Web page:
|It’s a simple enough idea – instead of designing one thing, be it a class, a video, blended learning, or e-learning, start designing a collection of learning assets.
Yet, this simple idea breaks through many of L&D’s limitations.
→ Meeting Diverse Learner Needs. Because we aren’t limited to putting all of our content into a single course or program, we no longer have to design for the lowest common denominator learner. We can tailor different assets towards different learners and their needs (and we do this through our learner persona method, which is quite different from other approaches).
→ Make Business Impact. Because we aren’t relying on a single asset to make the change on the job, we can be more confident that more than one asset targeted to a variety of learners can have business impact. We can share that greater confidence back with the sponsors of our work.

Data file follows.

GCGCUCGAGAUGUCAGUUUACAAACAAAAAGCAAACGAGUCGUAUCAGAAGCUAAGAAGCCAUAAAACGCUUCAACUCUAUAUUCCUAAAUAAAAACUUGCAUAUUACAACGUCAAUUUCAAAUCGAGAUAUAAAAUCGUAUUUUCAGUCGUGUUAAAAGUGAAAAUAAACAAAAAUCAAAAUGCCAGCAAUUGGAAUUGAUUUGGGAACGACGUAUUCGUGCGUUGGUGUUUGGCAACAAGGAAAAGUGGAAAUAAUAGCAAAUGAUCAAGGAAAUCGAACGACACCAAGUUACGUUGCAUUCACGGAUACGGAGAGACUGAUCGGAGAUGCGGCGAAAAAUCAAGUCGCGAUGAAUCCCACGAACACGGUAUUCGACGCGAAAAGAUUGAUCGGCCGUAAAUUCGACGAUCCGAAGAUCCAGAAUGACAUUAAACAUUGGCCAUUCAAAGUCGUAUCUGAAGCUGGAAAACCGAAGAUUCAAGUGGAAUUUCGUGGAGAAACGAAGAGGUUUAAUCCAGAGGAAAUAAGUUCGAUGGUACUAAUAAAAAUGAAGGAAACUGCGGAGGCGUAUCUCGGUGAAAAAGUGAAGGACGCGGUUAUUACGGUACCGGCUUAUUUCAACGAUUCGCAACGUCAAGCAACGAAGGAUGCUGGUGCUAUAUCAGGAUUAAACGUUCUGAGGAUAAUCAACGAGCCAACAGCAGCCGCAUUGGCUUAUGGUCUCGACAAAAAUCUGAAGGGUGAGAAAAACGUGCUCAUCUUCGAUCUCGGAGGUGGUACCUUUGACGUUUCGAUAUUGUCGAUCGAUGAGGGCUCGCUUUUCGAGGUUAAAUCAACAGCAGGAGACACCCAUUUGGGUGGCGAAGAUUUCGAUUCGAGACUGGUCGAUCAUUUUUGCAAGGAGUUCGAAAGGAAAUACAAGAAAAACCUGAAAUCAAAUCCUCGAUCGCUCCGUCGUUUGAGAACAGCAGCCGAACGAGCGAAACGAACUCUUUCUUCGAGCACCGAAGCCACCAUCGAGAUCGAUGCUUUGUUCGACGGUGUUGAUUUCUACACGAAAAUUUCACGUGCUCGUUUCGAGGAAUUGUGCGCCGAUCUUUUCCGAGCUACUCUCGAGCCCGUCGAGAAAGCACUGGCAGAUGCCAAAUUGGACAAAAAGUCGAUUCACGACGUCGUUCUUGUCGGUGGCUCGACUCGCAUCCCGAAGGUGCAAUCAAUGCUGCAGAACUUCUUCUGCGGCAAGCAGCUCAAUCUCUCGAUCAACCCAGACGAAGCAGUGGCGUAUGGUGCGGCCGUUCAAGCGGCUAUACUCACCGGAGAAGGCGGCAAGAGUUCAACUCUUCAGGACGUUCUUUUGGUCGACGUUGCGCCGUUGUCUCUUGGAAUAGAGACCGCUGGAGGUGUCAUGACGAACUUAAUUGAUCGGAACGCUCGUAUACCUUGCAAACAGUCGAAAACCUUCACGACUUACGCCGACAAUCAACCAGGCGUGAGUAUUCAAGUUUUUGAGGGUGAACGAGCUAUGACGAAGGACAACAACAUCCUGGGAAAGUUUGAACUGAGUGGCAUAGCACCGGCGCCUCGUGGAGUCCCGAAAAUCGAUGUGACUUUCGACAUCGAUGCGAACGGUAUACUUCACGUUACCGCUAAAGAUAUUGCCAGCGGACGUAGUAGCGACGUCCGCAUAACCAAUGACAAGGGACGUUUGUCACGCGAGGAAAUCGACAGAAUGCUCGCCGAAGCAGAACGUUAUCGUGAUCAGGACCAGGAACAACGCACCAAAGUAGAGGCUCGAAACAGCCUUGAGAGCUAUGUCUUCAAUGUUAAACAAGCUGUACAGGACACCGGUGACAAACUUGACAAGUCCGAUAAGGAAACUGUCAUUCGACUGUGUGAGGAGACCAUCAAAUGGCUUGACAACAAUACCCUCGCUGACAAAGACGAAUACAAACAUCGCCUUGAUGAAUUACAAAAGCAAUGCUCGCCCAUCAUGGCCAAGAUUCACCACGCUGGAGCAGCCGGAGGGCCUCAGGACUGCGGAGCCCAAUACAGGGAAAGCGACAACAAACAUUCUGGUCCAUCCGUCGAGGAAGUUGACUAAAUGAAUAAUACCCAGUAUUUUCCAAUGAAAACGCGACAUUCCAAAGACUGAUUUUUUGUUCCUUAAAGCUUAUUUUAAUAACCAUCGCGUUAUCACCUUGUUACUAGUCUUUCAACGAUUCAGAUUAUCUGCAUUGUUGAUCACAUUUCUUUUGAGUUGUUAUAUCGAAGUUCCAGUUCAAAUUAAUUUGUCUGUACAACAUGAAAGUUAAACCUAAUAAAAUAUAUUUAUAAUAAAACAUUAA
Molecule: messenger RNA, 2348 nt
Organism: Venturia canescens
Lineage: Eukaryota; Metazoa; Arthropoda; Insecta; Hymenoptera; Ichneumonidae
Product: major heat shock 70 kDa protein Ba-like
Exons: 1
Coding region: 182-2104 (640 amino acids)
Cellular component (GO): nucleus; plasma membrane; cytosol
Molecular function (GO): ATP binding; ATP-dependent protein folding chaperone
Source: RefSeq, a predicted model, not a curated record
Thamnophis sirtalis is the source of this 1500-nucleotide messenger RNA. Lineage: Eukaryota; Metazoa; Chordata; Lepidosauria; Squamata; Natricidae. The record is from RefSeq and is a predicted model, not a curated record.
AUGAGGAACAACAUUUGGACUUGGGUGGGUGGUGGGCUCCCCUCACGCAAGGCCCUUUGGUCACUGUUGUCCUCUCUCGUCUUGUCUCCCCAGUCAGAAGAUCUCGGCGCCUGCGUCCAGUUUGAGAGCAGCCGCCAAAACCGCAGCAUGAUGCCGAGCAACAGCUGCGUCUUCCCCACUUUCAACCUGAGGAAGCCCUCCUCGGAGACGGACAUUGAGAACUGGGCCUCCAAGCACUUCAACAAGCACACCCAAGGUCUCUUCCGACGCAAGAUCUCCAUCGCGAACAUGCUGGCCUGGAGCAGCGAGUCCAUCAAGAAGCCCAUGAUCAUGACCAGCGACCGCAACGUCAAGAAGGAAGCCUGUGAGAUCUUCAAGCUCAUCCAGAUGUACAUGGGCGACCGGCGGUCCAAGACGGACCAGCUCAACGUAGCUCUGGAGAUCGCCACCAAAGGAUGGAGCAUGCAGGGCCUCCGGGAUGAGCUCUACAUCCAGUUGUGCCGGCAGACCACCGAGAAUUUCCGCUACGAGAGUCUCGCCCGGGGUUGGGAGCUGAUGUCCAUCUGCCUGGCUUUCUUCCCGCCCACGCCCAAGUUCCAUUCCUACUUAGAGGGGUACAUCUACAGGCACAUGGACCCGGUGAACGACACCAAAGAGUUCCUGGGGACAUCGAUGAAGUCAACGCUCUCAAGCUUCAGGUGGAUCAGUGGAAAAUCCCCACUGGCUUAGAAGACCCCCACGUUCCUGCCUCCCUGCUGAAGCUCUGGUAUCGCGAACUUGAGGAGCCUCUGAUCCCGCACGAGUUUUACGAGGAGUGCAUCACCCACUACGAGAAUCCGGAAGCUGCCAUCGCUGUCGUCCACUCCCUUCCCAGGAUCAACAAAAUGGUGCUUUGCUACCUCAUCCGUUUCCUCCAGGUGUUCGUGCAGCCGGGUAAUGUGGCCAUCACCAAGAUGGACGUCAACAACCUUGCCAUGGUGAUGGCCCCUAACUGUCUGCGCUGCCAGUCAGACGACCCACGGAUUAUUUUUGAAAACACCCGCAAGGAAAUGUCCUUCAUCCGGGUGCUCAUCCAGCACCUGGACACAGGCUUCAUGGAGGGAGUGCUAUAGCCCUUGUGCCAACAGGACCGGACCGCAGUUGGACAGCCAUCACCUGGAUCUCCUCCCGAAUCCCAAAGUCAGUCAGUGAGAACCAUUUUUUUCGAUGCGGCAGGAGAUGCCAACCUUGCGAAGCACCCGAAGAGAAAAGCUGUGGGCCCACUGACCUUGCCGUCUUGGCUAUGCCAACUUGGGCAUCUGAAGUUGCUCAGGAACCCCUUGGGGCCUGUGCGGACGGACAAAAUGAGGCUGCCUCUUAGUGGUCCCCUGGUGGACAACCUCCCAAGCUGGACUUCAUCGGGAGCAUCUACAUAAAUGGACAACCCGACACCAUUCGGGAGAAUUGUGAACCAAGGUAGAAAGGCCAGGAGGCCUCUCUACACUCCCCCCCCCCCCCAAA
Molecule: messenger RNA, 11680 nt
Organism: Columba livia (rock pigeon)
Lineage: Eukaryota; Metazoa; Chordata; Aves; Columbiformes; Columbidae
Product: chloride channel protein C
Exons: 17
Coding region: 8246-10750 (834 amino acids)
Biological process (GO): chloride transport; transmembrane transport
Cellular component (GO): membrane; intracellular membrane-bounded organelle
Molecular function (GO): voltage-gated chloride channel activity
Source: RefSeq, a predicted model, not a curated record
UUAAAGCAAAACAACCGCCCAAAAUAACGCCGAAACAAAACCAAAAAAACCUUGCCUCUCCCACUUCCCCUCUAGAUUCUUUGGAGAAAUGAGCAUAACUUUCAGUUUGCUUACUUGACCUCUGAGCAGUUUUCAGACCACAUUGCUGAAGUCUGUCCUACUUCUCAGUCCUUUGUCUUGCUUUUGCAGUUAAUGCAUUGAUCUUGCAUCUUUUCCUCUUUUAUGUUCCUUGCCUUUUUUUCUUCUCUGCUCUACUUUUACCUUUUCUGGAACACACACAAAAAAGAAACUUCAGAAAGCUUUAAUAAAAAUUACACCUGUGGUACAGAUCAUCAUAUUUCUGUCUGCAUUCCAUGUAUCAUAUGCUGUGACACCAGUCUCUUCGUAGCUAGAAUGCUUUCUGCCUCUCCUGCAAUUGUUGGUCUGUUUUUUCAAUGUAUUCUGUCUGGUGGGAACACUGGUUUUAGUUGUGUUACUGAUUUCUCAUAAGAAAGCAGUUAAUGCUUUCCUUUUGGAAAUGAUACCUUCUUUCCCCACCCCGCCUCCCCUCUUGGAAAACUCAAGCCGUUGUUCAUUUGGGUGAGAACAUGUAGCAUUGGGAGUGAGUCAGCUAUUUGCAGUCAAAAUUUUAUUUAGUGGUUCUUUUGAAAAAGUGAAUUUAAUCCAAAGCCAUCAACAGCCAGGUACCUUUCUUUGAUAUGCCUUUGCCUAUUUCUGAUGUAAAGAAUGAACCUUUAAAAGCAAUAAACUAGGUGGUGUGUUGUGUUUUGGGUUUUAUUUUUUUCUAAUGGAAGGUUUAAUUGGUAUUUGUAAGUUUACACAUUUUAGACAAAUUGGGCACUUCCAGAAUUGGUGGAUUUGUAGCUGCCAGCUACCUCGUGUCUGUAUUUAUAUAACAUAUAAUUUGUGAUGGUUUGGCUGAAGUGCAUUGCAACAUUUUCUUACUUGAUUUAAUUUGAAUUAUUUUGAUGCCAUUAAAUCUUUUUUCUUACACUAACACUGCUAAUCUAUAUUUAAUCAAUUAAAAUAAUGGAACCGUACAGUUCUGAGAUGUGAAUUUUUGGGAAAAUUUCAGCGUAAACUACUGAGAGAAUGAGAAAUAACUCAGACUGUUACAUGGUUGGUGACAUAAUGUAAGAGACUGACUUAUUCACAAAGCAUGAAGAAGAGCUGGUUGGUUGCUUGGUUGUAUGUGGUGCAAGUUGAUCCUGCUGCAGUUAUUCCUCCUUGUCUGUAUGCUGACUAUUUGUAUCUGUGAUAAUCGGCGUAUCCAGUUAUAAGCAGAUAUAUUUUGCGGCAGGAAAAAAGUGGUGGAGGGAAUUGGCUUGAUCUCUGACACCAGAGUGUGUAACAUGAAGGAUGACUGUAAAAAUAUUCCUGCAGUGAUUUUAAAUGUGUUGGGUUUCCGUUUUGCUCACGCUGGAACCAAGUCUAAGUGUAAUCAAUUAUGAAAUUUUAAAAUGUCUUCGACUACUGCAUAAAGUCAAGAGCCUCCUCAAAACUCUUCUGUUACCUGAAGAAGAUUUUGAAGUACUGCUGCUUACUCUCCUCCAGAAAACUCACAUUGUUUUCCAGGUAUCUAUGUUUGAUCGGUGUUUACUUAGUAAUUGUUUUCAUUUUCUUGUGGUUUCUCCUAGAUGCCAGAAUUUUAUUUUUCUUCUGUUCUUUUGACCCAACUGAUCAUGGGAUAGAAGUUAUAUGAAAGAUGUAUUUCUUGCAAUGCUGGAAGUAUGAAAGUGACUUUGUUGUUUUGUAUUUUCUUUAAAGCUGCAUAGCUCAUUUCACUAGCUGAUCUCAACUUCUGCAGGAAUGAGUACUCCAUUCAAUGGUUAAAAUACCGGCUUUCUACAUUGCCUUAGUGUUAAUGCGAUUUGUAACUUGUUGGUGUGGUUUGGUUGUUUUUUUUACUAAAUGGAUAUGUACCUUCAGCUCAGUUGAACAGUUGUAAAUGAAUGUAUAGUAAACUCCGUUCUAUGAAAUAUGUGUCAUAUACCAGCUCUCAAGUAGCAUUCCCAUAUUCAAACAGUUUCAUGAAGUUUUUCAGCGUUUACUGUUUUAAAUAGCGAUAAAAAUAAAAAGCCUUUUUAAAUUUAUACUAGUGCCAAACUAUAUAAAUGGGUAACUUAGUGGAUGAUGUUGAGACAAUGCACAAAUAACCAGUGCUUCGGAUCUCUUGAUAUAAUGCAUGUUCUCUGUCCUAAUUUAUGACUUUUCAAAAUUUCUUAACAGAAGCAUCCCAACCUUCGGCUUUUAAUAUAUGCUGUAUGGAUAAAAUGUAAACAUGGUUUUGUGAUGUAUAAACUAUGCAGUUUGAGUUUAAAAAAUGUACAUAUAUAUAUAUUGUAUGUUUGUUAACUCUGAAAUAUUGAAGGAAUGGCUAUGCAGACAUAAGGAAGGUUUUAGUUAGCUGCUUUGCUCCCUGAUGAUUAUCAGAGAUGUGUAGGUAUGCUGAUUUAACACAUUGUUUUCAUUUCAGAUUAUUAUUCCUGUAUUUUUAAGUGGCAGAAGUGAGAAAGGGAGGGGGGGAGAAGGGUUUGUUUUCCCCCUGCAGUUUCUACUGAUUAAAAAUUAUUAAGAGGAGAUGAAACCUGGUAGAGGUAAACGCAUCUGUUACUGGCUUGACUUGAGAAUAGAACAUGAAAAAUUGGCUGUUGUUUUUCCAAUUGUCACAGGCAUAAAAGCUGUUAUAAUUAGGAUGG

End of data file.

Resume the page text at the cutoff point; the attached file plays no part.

→ Drive Learning Transfer. We can also free ourselves from wondering what happens after the class or the first time learners learn something. We know that what happens is that learners will have other learning assets for learning more when they apply or run into a challenge.
To do this seemingly simple idea of multiple assets is not so simple in practice. Usually, learning creators primarily rely on their own intuition to pick and design different assets that address the same topic.
Having a concrete model to follow gives a consistent way to develop a strategic design, over and over again. Especially a model that has now been tried by thousands of users and across many industries and even countries.